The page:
|Publication number||US7138442 B2|
|Application number||US 10/232,274|
|Publication date||Nov 21, 2006|
|Filing date||Aug 30, 2002|
|Priority date||Aug 30, 2002|
|Also published as||US20040044096, WO2004019810A2, WO2004019810A3|
|Publication number||10232274, 232274, US 7138442 B2, US 7138442B2, US-B2-7138442, US7138442 B2, US7138442B2|
|Inventors||Daniel B Smith, Barry L Eppley|
|Original Assignee||Biomet, Inc.|
|Export Citation||BiBTeX, EndNote, RefMan|
|Patent Citations (10), Non-Patent Citations (4), Referenced by (28), Classifications (12), Legal Events (7)|
|External Links: USPTO, USPTO Assignment, Espacenet|
The present invention relates to bone replacement materials, and particularly relates to reduced exothermic bone replacement materials.
The human body includes a large structural complement including a bone structure. This bone structure, however, may become damaged or need repair for various reasons. Generally, implants may be used to replace or repair damaged portions of the bone structure. One means of fixing these replacements to the bone structure is a bone cement or bone replacement. Moreover, the bone cement itself may be used as a prosthetic material.
In one example, a bone replacement may be used to reconstruct a portion of the bone structure. For example, in a cranio-facial application, the bone replacement may be molded to reconstruct a portion of the or anatomy that has been damaged due to disease, injury, congenital defect, or surgery. Therefore, the structure supporting the muscle and skin portions of the human anatomy can be replaced using the bone replacement material. Such bone replacement materials may also be used for more orthopedic applications where the bone replacement must support a load or be load bearing portion of the anatomy.
Most moldable bone replacement materials, often referred to as bone cement, include or are formed of an acrylic. In particular, the polymer of the bone cement includes a polymethylmethylacrylate (PMMA). Most often, finely divided portions of this PMMA is provided and mixed with a liquid monomer or polymerizable material such as acrylicesters. A polymerizing initiator is then added or released into the mixture and the mixture begins to polymerize and harden. For a short period of time, during the polymerization, the entire mixture is doughy or workable so that a physician may form the material into the shape and size desired for implantation and use.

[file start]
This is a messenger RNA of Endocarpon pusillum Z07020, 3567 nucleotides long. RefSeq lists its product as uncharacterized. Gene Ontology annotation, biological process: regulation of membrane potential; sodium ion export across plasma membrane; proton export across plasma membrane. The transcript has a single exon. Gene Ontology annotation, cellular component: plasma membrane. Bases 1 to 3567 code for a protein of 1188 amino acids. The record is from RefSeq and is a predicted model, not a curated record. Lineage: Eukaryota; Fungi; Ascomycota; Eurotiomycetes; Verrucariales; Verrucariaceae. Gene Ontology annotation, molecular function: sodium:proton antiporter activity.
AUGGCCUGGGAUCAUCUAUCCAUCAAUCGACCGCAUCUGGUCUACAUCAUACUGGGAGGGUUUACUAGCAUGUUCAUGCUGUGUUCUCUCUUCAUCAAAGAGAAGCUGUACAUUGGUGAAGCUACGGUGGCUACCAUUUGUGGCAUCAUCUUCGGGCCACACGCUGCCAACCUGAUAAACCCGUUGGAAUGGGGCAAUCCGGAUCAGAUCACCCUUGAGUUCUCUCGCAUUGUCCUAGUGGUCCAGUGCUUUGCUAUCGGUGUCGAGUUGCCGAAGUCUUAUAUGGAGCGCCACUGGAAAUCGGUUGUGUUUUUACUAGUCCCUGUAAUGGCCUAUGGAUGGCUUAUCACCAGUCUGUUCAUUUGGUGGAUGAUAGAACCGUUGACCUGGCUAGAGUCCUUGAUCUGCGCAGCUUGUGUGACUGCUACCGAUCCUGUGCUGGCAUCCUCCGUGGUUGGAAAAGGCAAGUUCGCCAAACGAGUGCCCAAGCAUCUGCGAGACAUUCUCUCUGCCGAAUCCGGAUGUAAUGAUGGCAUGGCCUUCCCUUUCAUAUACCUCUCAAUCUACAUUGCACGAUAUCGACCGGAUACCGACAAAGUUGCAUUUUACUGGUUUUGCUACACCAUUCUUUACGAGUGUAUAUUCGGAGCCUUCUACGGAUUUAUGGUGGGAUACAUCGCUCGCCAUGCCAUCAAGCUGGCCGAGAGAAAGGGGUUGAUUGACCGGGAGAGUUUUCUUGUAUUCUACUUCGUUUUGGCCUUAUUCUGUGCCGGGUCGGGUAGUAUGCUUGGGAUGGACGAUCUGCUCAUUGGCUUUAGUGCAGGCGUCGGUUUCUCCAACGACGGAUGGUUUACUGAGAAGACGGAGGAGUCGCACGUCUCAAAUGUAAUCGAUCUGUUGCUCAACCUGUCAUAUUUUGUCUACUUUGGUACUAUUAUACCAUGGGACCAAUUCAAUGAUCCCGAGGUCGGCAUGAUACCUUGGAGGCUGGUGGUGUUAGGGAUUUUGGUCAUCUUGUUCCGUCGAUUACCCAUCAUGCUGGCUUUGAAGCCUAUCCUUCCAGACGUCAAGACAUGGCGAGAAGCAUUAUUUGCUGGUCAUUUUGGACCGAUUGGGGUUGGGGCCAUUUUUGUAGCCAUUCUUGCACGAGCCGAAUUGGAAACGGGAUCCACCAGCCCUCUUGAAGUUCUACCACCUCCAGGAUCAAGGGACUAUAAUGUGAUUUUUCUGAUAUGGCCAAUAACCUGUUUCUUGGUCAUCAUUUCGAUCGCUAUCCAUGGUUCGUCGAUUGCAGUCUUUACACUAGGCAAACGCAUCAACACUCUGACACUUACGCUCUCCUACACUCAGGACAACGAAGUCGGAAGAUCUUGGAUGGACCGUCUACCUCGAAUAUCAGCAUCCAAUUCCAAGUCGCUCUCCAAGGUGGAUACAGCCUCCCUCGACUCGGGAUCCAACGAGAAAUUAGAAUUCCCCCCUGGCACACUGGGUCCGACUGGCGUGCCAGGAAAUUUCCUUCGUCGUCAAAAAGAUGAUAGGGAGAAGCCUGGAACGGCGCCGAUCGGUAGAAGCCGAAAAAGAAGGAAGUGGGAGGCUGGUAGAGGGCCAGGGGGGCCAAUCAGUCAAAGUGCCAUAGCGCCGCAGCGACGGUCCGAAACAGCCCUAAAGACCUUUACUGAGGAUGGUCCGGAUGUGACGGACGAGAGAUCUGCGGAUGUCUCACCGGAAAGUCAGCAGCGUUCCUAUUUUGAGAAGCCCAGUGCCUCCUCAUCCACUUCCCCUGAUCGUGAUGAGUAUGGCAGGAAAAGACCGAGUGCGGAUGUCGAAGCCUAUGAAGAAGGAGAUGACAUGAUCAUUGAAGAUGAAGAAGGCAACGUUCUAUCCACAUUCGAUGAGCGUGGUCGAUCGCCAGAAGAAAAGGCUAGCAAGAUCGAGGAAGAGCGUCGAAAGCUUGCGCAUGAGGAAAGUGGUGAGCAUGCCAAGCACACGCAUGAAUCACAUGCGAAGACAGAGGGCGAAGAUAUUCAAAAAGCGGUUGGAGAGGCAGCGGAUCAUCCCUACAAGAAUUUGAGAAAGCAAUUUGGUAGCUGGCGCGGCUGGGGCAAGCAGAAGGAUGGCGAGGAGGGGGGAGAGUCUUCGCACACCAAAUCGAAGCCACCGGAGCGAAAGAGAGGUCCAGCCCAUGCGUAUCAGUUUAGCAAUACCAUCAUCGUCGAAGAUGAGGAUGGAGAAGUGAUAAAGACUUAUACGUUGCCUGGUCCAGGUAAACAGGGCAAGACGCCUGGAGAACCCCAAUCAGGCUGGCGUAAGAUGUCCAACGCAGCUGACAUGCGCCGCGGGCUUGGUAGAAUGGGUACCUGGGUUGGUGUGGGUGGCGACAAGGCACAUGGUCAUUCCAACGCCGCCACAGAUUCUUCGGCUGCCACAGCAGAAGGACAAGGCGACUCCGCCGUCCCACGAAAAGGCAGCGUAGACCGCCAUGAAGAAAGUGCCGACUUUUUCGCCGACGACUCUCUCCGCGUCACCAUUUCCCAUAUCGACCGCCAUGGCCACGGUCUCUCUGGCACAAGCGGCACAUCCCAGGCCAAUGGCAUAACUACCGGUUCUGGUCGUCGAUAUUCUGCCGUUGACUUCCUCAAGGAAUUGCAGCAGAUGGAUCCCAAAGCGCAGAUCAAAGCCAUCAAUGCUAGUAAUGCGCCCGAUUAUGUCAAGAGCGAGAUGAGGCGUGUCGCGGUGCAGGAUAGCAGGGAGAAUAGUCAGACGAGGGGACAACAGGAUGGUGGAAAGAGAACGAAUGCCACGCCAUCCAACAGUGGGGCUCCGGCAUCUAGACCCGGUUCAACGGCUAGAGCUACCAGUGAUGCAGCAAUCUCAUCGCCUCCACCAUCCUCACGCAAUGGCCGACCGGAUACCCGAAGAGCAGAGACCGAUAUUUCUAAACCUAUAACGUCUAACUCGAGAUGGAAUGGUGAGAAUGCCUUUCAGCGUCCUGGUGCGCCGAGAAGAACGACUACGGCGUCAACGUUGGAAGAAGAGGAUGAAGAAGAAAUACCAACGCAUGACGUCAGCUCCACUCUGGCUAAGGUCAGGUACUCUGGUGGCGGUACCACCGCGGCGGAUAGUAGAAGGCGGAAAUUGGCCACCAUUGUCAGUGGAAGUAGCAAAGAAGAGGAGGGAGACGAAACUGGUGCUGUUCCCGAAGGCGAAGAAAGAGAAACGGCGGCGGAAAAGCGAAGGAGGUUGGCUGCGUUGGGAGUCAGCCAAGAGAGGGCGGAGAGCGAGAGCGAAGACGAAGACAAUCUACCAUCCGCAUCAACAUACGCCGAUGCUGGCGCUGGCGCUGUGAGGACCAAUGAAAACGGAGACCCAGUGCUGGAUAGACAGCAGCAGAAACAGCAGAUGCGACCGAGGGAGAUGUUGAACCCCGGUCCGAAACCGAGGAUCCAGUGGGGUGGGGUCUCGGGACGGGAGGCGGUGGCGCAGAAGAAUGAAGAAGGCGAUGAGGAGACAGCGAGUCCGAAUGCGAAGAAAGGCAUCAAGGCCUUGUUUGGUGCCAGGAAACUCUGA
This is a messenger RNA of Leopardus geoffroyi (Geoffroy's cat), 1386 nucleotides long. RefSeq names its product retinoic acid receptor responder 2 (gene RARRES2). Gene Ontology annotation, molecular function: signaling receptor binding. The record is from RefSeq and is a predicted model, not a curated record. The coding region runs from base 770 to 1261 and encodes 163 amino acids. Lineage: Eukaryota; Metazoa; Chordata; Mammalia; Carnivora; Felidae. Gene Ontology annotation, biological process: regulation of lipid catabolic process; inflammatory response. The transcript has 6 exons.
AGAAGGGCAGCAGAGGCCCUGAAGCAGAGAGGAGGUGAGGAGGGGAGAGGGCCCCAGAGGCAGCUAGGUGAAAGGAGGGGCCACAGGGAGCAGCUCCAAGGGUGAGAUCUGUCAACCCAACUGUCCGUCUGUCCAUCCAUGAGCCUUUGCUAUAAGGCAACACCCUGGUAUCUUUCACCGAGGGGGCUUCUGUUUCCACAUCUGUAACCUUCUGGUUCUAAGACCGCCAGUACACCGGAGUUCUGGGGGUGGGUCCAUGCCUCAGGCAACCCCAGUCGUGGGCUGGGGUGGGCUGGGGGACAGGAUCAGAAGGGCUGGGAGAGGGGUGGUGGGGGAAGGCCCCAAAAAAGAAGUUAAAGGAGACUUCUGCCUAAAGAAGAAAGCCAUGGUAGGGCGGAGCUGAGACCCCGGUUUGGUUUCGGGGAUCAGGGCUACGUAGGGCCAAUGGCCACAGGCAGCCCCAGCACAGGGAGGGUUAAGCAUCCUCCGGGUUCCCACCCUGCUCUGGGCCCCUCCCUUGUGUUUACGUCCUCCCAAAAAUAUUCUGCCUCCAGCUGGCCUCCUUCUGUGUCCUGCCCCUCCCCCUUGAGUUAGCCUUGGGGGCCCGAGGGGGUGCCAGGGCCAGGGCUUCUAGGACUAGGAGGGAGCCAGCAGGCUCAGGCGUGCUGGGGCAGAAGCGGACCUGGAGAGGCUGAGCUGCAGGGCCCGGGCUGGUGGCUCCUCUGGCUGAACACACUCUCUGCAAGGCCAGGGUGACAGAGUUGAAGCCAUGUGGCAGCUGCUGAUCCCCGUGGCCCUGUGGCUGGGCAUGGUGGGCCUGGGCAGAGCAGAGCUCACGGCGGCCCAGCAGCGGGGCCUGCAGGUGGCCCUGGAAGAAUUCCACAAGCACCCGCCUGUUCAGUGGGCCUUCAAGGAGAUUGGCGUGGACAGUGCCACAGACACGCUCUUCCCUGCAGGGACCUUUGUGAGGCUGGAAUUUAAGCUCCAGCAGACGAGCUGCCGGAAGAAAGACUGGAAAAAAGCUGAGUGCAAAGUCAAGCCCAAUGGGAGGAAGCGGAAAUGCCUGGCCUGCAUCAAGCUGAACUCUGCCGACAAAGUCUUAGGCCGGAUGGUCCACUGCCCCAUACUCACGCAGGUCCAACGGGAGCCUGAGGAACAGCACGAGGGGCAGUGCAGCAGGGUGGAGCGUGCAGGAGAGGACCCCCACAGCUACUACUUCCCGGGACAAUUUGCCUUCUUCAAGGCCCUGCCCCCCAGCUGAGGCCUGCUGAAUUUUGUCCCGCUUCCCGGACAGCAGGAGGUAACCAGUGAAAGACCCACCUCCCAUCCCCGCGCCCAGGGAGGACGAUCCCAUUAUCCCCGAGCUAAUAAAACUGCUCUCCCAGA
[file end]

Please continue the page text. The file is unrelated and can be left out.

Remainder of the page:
The polymerization of the liquid is an exothermic reaction. Therefore, the bone cement increases in temperature or radiates heat during the polymerization process. Generally, the temperature of bone cement may increase to such a degree as to cause tissue necrosis. The necrosis can occur if the bone cement is implanted before the bone cement cools, or if the area is not cooled, such as by irrigation. This can decrease the efficiency of forming the bone cement in situ.
It has been proposed to produce an acrylic bone cement that has a large majority of large particles to form a highly porous final material. This porous bone cement allows for a large majority of bone in-growth into the porous structure. The porous bone cements require that the bone cement be formed in such a way to produce the porous product to allow bone in-growth.
Nevertheless, it is often desired to produce a non-porous bone cement while including reduced exothermic energy. That being, a bone cement that has a high strength due to the lack of pores, while still including a cool workable period so that it may be molded in situ to achieve those advantages.
A bone cement that has an exothermic energy, while it is hardening, that does not create a high or substantially necrotic temperature. The exothermic energy is produced during the polymerization of the liquid that interconnects the solid or dry particles of the bone cement. The bone cement generally includes both a powder component and a liquid component which are then mixed together. The powder component may include a large particle constituent and a small particle constituent. The small constituent has an average per particle surface area and volume that is substantially smaller than the average per particle surface area or volume of the large constituent. Therefore, the small particles can fill a substantial portion of the interstitial space between the large particles. The liquid component fills the remaining interstitial space to form a substantially solid and pore free bone cement. Due to the small surface area to volume ratio of the large particles, a reduced amount of liquid component is needed to form a bone cement, thereby reducing the amount of polymerization that must occur to form the bone cement. The reduced or limited amount of the liquid component allows the bone cement to harden without producing undo exothermic energy where substantially no or only an insignificant amount of tissue necrosis occurs.